Update: Our award-winning video series Above the Noise took a fresh look at the pros and cons of zoos. Students can watch the video to get a primer on the facts then write their own responses on KQED Learn.
This post is part of KQED's Do Now U project. Do Now U is a weekly activity for students and the public to engage and respond to current issues using social media. Do Now U aims to build civic engagement and digital literacy for learners of all ages. This post was written by Sophia Buscher and Victoria Staudenraus, students at St. Mary's College of California, in partnership with the Lindsay Wildlife Experience.
Featured Media Resource: VIDEO: Zoo Conservation Raise Debate (CNN)
Hear opposing thoughts from a field biologist at the University of York and the president of the Born Free Foundation about keeping animals in zoos for conservation purposes.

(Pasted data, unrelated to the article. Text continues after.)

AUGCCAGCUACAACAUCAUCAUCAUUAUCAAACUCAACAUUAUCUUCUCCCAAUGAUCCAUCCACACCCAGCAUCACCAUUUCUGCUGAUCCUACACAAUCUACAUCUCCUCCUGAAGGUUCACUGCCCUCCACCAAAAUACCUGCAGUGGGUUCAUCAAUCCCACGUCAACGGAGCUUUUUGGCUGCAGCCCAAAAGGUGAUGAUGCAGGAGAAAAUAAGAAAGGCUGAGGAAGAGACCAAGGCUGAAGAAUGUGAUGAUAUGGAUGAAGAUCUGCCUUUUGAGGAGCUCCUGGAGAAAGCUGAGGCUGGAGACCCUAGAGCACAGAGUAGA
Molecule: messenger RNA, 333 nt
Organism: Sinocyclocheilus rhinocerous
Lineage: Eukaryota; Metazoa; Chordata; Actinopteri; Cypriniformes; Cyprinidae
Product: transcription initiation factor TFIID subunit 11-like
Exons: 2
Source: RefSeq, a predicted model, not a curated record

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Learn More about Animals in Zoos
Although wild animals have been held captive for thousands of years, the first modern zoo opened in 1763 in Paris, France. As people became more interested in science and natural history, zoos served as a way to display and study animals. Today, zoos provide opportunities for public education and entertainment, as well as scientific research and conservation. There are about 2,800 licensed animal exhibitors throughout the U.S., which include zoos, circuses, petting farms, wildlife and marine mammal parks, and some sanctuaries. Out of these, 233 are accredited by the Association of Zoos and Aquariums (AZA). The AZA “holds animal exhibitors to high standards of animal care, science and conservation” in the United States and all over the world. Even though many animal exhibitors are still considered zoos, they have not met the requirements of the AZA and, therefore, have not been accredited.